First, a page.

"Though I have much to write to you, I would rather not use paper and ink. Instead I hope to come to you and talk face to face, so that our joy may be complete." (2 John v. 12)
In the apostle John's second letter, he writes a warning to the church congregation to guard the truth by holding firmly to the teachings of Jesus Christ. There had been influences, possibly both within and outside of the church congregation, that had been teaching false doctrines. John goes as far to say, "if anyone comes to you and does not bring this teaching (the teachings of Jesus), do not receive him into your house or give him any greeting, for whoever greets him takes part in his wicked works." (v. 10, 11--words in bold are added for clarity)
The word truth is the dominant theme in John's greeting to the church. If the church was to remain faithful to the Lord Jesus Christ, it faced the task of guarding the truth from corruption. So it is today.
Over the years, I have come across many professing believers who have told me that they do not attend church because they are content with, "Watching the preacher on t.v." As much as it is up to them, they are content and satisfied to have Sunday morning service right there in their living rooms. So, from the comfort of their recliners, they turn on the television and eagerly await the message from their favorite preacher.
There can be many compelling, biblical arguments made as to why this type of church participation is unbiblical. But, today I would like to simply write about some of the dangers that this approach to church attendance presents.
The purpose of John's second letter directly involves this issue. In fact, in his closing remarks he mentions his intent to visit the church face to face. Instead of relying wholly upon ink and paper to deliver his message of truth, John desires to visit the church and lead it as its elder (or pastor). The church was not to simply be content with his letter. In order to make their joy complete, John would visit them face to face. Personal. Confrontational. Pastoral.
The television today has a smorgasbord of preachers to choose from. And though many may teach from a biblical standpoint, there are many who preach nonsense, watered-down truths, and even false teachings. For example, I have heard of many who love to listen to Joel Osteen-- the smiling Texan. They cling to his every word. They are wooed in by his prosperity preaching and his self-empowerment messages. But, Joel Osteen would tell you himself that he refuses to preach on the subject of sin. He refuses to include such negative comments. He would say, and has said, that this is just not his gift.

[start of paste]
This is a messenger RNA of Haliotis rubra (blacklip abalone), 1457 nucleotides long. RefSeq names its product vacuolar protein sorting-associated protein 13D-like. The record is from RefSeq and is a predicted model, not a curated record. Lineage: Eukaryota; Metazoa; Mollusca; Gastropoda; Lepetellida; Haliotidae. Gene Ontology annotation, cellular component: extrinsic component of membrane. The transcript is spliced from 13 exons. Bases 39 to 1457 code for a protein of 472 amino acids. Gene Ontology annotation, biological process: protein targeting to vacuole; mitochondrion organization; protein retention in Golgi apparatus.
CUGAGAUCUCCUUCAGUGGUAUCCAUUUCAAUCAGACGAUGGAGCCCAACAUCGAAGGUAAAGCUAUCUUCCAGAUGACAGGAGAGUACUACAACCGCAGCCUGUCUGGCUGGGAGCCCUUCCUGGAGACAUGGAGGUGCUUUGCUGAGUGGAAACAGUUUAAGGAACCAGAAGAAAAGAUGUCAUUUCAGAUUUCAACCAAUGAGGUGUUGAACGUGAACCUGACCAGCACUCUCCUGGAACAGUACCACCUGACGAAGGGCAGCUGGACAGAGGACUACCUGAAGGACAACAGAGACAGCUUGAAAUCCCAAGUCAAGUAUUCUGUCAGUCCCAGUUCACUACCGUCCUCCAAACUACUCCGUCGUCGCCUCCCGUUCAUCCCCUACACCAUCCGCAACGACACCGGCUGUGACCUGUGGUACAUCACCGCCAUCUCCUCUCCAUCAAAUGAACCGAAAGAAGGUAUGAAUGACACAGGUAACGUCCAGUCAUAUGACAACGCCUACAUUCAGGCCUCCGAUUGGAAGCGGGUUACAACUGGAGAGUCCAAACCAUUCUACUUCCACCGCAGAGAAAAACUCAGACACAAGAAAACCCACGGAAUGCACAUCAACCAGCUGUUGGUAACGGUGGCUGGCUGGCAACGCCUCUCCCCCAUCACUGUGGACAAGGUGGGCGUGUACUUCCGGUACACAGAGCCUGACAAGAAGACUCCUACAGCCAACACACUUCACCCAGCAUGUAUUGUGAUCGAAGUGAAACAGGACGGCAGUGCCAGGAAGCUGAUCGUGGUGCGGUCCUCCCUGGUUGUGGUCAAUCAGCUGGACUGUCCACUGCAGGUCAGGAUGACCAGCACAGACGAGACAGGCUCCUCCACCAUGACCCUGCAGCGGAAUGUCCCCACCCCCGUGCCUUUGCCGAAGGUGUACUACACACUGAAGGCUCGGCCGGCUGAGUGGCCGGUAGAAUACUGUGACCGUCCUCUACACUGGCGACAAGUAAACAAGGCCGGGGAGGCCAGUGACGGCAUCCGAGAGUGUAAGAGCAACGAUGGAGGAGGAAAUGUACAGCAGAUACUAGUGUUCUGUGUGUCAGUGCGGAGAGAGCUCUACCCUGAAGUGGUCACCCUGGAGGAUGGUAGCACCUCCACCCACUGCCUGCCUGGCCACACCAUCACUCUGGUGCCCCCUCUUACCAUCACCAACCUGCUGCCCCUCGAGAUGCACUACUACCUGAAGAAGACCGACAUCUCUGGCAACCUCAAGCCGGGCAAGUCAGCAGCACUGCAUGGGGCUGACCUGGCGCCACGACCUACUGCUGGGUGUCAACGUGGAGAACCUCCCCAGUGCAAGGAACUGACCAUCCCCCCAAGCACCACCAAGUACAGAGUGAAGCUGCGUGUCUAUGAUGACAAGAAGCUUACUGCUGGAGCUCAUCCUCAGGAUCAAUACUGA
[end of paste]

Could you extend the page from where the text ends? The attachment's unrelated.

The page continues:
This is not in accordance with the teachings of Jesus Christ. In fact, there can be no clear gospel presentation made unless the truth of the sinfulness of man is preached. There can be no power of salvation unless the gospel is preached (Romans 1:16). In my humble opinion, Mr. Osteen is well short of preaching the plain truth of the Word of God. And for this, I discourage others from listening to his messages.
The danger of the television preacher and the Lazy-boy church pew is that there is no accountability for truth. The listener is left alone to decipher truth. In John's second letter, the entire congregation is charged with the guarding of truth. Simply put, we are more easily deceived when we are disassociated with a church congregation. (It must be honestly mentioned here that not all local churches abide by biblical teaching. But, that is another devotional for another day.)
Furthermore, the television preacher cannot meet with us face to face. He cannot pray with us in our times of need. He cannot visit us in the hospital. And when a false teaching arises within the church, he cannot correct, rebuke, and train us in all righteousness as Scripture teaches.
Understandably, there are many people who cannot physically make it to a church service on Sunday morning. However, this does not excuse us all to attend church on our own terms--apart from the clear teachings of God's Word.
Nothing can replace being active in a church body that desires to live in accordance with the teachings of the Word of God. Worship. Encouragement. Prayer support. Challenges. Loving, caring interaction with brothers and sisters in Christ. The pastor is present not only to preach, but also to personally shepherd the members of the congregation. This is what Scripture teaches...
Just ask the preacher on television.